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Healthy Woman

Sexual & Reproductive Health

Get a Good Night’s Sleep During Pregnancy

pregnant woman in bed

Pregnancy is a magical time in many ways, but your sleep schedule during these nine months might be less than dreamy. The growing belly, the aches, the pains, the heartburn — many women experience sleepless nights long before there’s a hungry, crying infant in the picture.

Having trouble sleeping is common during pregnancy, says Grace Pien, M.D., M.S.C.E., assistant professor of medicine at the Johns Hopkins Sleep Disorders Center. A growing belly, pressure on the diaphragm, increased urinary frequency, gastroesophageal reflux disease (GERD) and restless legs syndrome (RLS) are just a few of the hurdles standing between you and a restful night.

Changes can begin as early as the first trimester, when women feel drowsier than normal due to a spike in progesterone, a hormone made by the ovaries and the placenta during pregnancy. The second trimester often brings some relief, says Pien. But by the third trimester, it can become hard to find a comfortable sleeping position. At this stage, high levels of estrogen can also cause some women to develop rhinitis (swelling of the nasal tissue), which can be associated with snoring and obstructive sleep apnea

How Lack of Sleep Affects Pregnancy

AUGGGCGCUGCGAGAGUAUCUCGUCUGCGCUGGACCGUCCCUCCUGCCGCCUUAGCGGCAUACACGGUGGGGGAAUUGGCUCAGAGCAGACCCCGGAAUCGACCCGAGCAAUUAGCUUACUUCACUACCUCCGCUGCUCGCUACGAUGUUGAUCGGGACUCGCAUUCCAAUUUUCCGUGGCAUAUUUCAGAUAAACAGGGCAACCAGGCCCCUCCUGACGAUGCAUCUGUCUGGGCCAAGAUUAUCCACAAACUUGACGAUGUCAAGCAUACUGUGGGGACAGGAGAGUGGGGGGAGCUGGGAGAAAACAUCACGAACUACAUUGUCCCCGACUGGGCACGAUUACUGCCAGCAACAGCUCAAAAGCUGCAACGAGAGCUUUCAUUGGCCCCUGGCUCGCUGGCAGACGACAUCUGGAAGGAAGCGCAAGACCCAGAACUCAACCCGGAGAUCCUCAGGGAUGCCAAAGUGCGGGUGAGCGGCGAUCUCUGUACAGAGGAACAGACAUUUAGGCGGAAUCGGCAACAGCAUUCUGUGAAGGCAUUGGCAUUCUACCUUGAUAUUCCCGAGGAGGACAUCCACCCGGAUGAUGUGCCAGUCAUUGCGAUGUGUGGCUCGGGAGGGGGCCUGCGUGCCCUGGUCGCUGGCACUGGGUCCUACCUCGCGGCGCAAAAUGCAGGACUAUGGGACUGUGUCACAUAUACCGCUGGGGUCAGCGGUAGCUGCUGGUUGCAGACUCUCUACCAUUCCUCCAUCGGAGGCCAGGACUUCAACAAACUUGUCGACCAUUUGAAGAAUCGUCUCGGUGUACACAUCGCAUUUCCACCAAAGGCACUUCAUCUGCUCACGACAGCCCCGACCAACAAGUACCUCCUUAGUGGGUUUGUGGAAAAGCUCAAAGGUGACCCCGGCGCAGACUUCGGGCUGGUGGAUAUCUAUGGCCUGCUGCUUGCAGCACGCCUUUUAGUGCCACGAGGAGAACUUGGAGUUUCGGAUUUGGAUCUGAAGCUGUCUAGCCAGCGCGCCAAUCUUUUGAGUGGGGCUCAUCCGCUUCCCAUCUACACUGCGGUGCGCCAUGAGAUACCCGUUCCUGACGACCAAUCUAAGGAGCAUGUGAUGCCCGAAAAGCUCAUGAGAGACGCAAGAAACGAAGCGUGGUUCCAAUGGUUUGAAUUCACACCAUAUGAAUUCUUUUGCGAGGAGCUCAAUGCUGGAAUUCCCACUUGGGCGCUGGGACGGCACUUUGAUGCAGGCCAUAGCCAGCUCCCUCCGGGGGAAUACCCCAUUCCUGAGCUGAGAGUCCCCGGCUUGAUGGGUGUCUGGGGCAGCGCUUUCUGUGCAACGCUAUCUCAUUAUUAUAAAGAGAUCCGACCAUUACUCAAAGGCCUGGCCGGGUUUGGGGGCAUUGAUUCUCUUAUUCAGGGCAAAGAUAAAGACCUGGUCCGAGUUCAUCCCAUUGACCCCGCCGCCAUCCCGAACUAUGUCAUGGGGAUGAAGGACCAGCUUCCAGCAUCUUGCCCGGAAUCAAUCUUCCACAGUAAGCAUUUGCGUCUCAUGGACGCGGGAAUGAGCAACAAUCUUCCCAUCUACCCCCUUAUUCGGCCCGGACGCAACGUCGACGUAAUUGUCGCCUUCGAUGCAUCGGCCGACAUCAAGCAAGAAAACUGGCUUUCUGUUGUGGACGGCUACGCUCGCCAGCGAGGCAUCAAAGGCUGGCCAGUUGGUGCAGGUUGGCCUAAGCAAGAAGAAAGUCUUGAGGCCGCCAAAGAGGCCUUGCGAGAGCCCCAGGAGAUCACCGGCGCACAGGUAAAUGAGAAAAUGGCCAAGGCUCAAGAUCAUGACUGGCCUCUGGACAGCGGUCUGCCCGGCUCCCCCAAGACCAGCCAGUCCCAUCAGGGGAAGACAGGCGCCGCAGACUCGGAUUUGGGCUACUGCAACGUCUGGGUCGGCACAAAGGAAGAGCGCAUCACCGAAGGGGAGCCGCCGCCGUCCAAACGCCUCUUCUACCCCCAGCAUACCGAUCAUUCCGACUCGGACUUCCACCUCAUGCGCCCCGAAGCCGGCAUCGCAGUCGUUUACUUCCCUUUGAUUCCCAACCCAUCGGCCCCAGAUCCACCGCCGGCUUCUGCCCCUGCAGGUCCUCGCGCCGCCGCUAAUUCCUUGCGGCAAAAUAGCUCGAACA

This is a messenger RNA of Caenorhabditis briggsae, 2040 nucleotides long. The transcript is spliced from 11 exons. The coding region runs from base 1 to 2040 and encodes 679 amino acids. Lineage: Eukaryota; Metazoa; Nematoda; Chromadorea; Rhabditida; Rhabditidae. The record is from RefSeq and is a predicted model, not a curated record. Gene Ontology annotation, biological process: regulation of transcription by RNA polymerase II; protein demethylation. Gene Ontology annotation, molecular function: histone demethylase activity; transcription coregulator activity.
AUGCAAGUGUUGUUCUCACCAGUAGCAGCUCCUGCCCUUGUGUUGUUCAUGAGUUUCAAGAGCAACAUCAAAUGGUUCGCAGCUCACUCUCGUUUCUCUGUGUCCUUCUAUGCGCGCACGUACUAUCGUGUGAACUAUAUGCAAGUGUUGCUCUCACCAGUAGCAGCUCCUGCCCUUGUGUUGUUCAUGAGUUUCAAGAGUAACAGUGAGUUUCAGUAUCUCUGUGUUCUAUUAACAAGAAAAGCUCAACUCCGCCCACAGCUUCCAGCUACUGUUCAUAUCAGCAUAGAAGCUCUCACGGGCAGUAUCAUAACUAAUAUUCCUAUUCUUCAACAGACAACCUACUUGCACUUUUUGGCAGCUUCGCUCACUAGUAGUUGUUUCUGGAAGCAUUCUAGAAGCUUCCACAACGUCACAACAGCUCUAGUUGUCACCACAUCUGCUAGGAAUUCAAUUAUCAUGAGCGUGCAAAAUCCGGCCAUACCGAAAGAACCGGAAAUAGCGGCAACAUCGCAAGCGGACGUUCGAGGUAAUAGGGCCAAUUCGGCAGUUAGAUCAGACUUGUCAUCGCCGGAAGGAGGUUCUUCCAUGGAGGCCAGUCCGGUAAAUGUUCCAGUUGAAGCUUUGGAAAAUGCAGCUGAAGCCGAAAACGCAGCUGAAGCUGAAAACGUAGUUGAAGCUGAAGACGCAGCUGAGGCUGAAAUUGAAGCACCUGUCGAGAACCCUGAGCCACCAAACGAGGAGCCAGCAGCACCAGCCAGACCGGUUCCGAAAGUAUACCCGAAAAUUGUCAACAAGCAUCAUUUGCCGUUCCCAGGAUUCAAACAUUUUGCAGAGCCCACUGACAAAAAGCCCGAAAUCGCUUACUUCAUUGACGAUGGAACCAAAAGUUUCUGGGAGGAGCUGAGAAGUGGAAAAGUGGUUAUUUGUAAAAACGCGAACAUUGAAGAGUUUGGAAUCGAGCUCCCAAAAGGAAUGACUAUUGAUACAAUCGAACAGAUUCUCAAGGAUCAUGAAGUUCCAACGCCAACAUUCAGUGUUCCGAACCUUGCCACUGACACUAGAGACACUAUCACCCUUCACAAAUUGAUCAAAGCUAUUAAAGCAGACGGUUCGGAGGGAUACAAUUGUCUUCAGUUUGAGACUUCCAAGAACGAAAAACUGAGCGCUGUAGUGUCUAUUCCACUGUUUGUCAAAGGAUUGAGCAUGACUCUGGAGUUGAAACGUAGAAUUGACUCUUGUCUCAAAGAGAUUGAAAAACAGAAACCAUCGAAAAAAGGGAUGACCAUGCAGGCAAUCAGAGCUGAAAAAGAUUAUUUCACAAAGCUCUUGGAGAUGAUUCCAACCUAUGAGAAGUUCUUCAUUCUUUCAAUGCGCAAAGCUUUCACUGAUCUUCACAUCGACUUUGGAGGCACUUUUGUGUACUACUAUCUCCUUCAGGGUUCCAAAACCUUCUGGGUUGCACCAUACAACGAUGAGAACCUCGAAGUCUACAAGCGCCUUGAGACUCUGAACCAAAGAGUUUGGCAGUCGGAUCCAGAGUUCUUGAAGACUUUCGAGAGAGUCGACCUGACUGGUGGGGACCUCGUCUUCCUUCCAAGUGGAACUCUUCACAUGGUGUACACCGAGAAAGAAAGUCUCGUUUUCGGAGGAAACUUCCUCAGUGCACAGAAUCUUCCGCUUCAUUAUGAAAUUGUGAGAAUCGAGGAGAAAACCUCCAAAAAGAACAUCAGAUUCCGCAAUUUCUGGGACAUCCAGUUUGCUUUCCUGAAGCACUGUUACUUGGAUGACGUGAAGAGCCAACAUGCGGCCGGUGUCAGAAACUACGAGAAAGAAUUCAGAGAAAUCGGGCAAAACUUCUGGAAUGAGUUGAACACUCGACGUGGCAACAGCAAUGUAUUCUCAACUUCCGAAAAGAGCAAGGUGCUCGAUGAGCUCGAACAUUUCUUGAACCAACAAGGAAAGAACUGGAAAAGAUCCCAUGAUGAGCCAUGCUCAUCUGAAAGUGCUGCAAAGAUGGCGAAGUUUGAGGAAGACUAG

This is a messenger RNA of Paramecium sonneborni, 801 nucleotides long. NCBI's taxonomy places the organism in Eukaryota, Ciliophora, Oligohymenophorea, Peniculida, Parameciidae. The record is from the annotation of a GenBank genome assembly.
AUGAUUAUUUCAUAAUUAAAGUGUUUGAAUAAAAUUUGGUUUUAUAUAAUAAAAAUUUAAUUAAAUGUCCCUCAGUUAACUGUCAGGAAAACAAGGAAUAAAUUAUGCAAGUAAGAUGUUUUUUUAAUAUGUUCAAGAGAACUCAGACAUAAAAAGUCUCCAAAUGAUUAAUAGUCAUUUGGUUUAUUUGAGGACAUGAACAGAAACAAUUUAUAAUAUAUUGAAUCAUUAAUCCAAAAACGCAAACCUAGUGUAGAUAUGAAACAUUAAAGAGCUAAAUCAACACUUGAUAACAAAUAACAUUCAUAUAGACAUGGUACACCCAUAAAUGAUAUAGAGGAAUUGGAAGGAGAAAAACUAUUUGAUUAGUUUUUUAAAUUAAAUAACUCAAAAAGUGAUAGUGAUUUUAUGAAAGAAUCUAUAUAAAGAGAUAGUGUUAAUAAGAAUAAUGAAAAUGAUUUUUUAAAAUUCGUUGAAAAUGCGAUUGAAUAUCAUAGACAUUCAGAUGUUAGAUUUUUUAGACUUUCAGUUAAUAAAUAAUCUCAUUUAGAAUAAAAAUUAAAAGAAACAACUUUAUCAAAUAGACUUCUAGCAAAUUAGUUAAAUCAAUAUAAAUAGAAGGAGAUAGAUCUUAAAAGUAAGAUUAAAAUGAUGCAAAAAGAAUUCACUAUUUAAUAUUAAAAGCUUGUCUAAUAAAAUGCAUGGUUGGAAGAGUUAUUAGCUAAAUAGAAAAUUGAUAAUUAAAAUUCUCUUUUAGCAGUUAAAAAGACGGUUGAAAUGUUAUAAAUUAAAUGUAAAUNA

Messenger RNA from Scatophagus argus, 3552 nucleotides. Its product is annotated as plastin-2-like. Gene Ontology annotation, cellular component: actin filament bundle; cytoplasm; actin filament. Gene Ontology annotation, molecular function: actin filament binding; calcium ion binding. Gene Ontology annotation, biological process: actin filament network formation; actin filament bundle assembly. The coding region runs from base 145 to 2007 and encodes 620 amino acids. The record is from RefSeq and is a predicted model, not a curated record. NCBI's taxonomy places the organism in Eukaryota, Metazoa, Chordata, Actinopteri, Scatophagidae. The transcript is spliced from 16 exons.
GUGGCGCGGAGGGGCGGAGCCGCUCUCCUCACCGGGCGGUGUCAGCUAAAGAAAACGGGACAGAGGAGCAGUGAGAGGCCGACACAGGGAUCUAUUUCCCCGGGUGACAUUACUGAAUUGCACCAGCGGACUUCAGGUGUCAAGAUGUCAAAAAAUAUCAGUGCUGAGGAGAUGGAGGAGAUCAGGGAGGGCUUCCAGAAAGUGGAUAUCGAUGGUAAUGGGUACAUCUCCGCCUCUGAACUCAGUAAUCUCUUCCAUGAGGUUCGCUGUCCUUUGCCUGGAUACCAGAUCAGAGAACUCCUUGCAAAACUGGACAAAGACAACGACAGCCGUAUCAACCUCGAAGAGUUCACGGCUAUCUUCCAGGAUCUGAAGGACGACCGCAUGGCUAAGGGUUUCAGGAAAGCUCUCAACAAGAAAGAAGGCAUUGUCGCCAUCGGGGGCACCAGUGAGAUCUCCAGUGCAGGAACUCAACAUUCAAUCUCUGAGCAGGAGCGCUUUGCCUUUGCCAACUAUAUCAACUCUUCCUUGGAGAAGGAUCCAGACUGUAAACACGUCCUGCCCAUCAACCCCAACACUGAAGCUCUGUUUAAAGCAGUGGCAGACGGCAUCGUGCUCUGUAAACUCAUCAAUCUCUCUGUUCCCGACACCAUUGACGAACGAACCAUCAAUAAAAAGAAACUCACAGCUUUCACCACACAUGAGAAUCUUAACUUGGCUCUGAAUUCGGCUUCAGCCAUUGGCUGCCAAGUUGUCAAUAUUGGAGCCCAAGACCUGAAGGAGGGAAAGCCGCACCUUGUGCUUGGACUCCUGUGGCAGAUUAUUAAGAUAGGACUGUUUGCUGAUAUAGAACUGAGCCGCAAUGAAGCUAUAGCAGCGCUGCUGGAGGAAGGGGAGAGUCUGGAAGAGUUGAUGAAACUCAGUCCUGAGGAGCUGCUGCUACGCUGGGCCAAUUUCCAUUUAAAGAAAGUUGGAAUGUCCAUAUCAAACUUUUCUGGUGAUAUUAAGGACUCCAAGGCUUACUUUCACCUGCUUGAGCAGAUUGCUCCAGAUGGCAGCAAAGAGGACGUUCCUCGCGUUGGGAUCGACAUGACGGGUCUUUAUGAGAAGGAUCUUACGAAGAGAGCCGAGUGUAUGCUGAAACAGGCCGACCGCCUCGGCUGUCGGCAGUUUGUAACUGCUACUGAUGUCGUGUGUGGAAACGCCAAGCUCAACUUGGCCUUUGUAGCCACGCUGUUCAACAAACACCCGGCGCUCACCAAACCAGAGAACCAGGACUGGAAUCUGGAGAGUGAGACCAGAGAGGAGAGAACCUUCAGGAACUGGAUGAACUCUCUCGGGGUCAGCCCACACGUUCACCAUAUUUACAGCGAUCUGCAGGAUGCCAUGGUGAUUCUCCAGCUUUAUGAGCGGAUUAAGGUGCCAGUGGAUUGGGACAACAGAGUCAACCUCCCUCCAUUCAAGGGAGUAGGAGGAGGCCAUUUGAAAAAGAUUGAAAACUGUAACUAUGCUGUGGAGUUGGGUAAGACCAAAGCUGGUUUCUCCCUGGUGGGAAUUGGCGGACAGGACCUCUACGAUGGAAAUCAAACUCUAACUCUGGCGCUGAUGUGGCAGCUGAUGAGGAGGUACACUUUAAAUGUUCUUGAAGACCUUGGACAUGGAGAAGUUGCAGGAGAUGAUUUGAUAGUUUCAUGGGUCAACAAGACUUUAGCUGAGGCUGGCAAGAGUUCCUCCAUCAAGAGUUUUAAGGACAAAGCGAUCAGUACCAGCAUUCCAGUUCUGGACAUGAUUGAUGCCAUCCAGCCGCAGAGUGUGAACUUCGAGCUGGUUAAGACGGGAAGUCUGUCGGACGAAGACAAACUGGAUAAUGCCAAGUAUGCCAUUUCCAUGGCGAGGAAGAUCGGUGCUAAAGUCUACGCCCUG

Lack of sleep is more than an inconvenience. New research suggests that women who don’t get enough sleep during pregnancy may have higher risks of developing pregnancy complications including: 

  • Preeclampsia, or high blood pressure
  • Gestational diabetes 
  • Longer labors and higher rates of cesarean section, particularly among women who get fewer than six hours of sleep over the course of 24 hours

Restless Legs Syndrome and Pregnancy

Restless legs syndrome (RLS), an uncontrollable urge to move the legs while at rest, is usually associated with older adults. But it’s also one of the most common reasons for sleeplessness during pregnancy. 

RLS typically occurs in the evening, often when you get into bed. Though it’s uncomfortable, there is a silver lining: It doesn’t last forever. “It does get better after delivery and actually pretty quickly, within the first week or so,” Pien says.

RLS is often linked to anemia, which is common in pregnant women. Talk to your doctor about taking prenatal vitamins and supplements, such as folic acid and iron, to keep anemia under control.

How to Get Enough Rest While Pregnant

You’ll probably endure plenty of sleepless nights once the baby arrives, so it’s important to get enough sleep while you can. For occasional help, over-the-counter remedies containing diphenhydramine are fairly safe, Pien says. 

For more chronic sleep problems, lifestyle changes like abandoning television and electronics before bed are helpful. Pregnant women should not underestimate the effect of stress on their sleep. Stress reduction techniques are essential.

“It's clearly a time when there are a lot of biological changes going on, but, in addition, expectant parents may be moving homes or just trying to figure out what they’re going to do after the baby is born,” Pien says. “There can be a lot of other stressors, and sometimes the first chance that people get to think about it is when the lights go out.”

She suggests making to-do lists for the next day before bedtime to avoid taking stress to bed with you.

Once the baby comes, make sure to prioritize sleep, even though your lifestyle will change.

“People are going to want to come over, but don’t worry so much about making sure that the house is clean and all of that,” she says. “Set priorities around getting enough sleep, and know that it’s going to take a few months.”

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